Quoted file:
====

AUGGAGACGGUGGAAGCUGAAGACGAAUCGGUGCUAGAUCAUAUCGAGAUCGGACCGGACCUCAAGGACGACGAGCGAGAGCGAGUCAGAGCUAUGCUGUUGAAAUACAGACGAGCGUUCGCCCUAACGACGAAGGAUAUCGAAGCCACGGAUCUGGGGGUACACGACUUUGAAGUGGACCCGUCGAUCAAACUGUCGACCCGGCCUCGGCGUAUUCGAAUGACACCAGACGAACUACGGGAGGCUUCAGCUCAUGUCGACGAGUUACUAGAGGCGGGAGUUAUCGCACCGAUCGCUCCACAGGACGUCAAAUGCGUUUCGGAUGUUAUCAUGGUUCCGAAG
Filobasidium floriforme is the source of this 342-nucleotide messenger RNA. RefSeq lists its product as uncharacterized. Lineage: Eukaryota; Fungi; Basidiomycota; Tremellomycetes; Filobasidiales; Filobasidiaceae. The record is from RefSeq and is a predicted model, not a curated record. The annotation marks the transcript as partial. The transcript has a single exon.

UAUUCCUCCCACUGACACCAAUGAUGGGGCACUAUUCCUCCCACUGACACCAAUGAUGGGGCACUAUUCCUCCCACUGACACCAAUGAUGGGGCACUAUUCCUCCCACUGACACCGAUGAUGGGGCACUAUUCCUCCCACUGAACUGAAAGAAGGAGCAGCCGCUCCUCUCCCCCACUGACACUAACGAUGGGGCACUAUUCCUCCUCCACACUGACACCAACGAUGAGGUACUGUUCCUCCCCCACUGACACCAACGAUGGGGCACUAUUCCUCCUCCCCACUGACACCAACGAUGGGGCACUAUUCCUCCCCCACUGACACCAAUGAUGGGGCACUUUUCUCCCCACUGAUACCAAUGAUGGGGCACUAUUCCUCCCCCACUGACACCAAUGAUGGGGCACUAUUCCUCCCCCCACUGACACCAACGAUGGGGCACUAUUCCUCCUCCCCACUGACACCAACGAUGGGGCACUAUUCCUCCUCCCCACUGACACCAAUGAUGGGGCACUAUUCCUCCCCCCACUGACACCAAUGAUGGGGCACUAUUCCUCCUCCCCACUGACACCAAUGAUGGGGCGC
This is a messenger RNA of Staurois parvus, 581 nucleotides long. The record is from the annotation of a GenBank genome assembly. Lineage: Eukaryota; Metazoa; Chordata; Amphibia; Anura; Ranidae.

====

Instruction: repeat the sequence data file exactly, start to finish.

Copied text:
AUGGAGACGGUGGAAGCUGAAGACGAAUCGGUGCUAGAUCAUAUCGAGAUCGGACCGGACCUCAAGGACGACGAGCGAGAGCGAGUCAGAGCUAUGCUGUUGAAAUACAGACGAGCGUUCGCCCUAACGACGAAGGAUAUCGAAGCCACGGAUCUGGGGGUACACGACUUUGAAGUGGACCCGUCGAUCAAACUGUCGACCCGGCCUCGGCGUAUUCGAAUGACACCAGACGAACUACGGGAGGCUUCAGCUCAUGUCGACGAGUUACUAGAGGCGGGAGUUAUCGCACCGAUCGCUCCACAGGACGUCAAAUGCGUUUCGGAUGUUAUCAUGGUUCCGAAG
Filobasidium floriforme is the source of this 342-nucleotide messenger RNA. RefSeq lists its product as uncharacterized. Lineage: Eukaryota; Fungi; Basidiomycota; Tremellomycetes; Filobasidiales; Filobasidiaceae. The record is from RefSeq and is a predicted model, not a curated record. The annotation marks the transcript as partial. The transcript has a single exon.

UAUUCCUCCCACUGACACCAAUGAUGGGGCACUAUUCCUCCCACUGACACCAAUGAUGGGGCACUAUUCCUCCCACUGACACCAAUGAUGGGGCACUAUUCCUCCCACUGACACCGAUGAUGGGGCACUAUUCCUCCCACUGAACUGAAAGAAGGAGCAGCCGCUCCUCUCCCCCACUGACACUAACGAUGGGGCACUAUUCCUCCUCCACACUGACACCAACGAUGAGGUACUGUUCCUCCCCCACUGACACCAACGAUGGGGCACUAUUCCUCCUCCCCACUGACACCAACGAUGGGGCACUAUUCCUCCCCCACUGACACCAAUGAUGGGGCACUUUUCUCCCCACUGAUACCAAUGAUGGGGCACUAUUCCUCCCCCACUGACACCAAUGAUGGGGCACUAUUCCUCCCCCCACUGACACCAACGAUGGGGCACUAUUCCUCCUCCCCACUGACACCAACGAUGGGGCACUAUUCCUCCUCCCCACUGACACCAAUGAUGGGGCACUAUUCCUCCCCCCACUGACACCAAUGAUGGGGCACUAUUCCUCCUCCCCACUGACACCAAUGAUGGGGCGC
This is a messenger RNA of Staurois parvus, 581 nucleotides long. The record is from the annotation of a GenBank genome assembly. Lineage: Eukaryota; Metazoa; Chordata; Amphibia; Anura; Ranidae.